Iron-flow technology from ESS is being deployed at scale in the U.S.
The world’s electric grids are creaking under the pressure of volatile fossil-fuel prices and the imperative of weaning the world off polluting energy sources. A solution may be at hand, thanks to an innovative battery that’s a cheaper alternative to lithium-ion technology.
SB Energy Corp., a U.S. renewable-energy firm that’s an arm of Japan’s SoftBank Group Corp., is making a record purchase of the batteries manufactured by ESS Inc. The Oregon company says it has new technology that can store renewable energy for longer and help overcome some of the reliability problems that have caused blackouts in California and record-high energy prices in Europe.
The units, which rely on something called “iron-flow chemistry,” will be used in utility-scale solar projects dotted across the U.S., allowing those power plants to provide electricity for hours after the sun sets. SB Energy will buy enough batteries over the next five years to power 50,000 American homes for a day.
“Long-duration energy storage, like this iron-flow battery, are key to adding more renewables to the grid,” said Venkat Viswanathan, a battery expert and associate professor of mechanical engineering at Carnegie Mellon University.
ESS was founded in 2011 by Craig Evans, now president, and Julia Song, the chief technology officer. They recognized that while lithium-ion batteries will play a key role in electrification of transport, longer duration grid-scale energy storage needed a different battery. That’s because while the price of lithium-ion batteries has declined 90% over the last decade, their ingredients, which sometimes include expensive metals such as cobalt and nickel, limit how low the price can fall.
The deal for 2 gigawatt-hours of batteries is worth at least $300 million, according to ESS. Rich Hossfeld, chief executive officer of SB Energy, said the genius of the units lies in their simplicity.
“The battery is made of iron salt and water,” said Hossfeld. “Unlike lithium-ion batteries, iron flow batteries are really cheap to manufacture.”
Every battery has four components: two electrodes between which charged particles shuffle as the battery is charged and discharged, electrolyte that allows the particles to flow smoothly and a separator that prevents the two electrodes from forming a short circuit.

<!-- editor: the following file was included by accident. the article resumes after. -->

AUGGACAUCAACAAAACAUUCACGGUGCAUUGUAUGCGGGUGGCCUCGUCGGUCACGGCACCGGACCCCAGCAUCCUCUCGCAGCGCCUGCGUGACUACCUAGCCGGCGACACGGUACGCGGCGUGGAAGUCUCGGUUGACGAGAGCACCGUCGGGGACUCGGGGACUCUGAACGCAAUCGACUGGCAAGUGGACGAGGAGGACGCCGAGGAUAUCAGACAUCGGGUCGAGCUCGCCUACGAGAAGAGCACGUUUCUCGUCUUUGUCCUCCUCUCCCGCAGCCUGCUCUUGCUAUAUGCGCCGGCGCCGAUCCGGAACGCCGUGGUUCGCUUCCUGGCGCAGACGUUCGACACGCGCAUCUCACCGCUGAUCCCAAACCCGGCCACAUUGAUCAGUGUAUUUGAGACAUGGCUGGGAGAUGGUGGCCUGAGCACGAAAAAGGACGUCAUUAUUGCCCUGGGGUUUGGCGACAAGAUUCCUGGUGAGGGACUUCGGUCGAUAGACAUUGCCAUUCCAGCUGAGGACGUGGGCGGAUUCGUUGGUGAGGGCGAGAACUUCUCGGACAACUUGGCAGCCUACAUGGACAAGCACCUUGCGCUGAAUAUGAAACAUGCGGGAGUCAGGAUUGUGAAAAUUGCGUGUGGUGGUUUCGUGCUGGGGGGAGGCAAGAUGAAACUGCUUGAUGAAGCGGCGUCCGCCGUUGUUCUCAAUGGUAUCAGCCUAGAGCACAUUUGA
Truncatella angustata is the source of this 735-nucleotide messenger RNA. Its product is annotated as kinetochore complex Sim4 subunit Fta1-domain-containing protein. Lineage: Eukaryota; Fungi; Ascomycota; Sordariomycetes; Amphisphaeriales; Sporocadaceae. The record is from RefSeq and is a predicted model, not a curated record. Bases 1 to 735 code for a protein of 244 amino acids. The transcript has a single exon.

Flow batteries, however, look nothing like the battery inside smartphones or electric cars. That’s because the electrolyte needs to be physically moved using pumps as the battery charges or discharges. That makes these batteries large, with ESS’s main product sold inside a shipping container.
What they take up in space, they can make up in cost. Lithium-ion batteries for grid-scale storage can cost as much as $350 per kilowatt-hour. But ESS says its battery could cost $200 per kWh or less by 2025.
Crucially, adding storage capacity to cover longer interruptions at a solar or wind plant may not require purchasing an entirely new battery. Flow batteries require only extra electrolyte, which in ESS’s case can cost as little as $20 per kilowatt hour.
“This is a big, big deal,” said Eric Toone, science lead at Breakthrough Energy Ventures, which has invested in ESS. “We’ve been talking about flow batteries forever and ever and now it’s actually happening.”
The U.S. National Aeronautics and Space Administration built a flow battery as early as 1980. Because these batteries used water, they presented a much safer option for space applications than lithium-ion batteries developed around that time, which were infamous for catching on fire. Hossfeld says he’s been able to get permits for ESS batteries, even in wildfire-prone California, that wouldn’t have been given to lithium-ion versions.
Still, there was a problem with iron flow batteries. During charging, the battery can produce a small amount of hydrogen, which is a symptom of reactions that, left unchecked, shorten the battery’s life. ESS’s main innovation, said Song, was a way of keeping any hydrogen produced within the system and thus hugely extending its life.
“As soon as you close the loop on hydrogen, you suddenly turn a lab prototype into a commercially viable battery option,” said Viswanathan. ESS’s iron-flow battery can endure more than 20 years of daily use without losing much performance, said Hossfeld.
At the company’s factory near Portland, yellow robots cover plastic sheets with chemicals and glue them together to form the battery cores. Inside the shipping containers, vats full of electrolyte feed into each electrode through pumps — allowing the battery to do its job of absorbing renewable power when the sun shines and releasing it when it gets dark.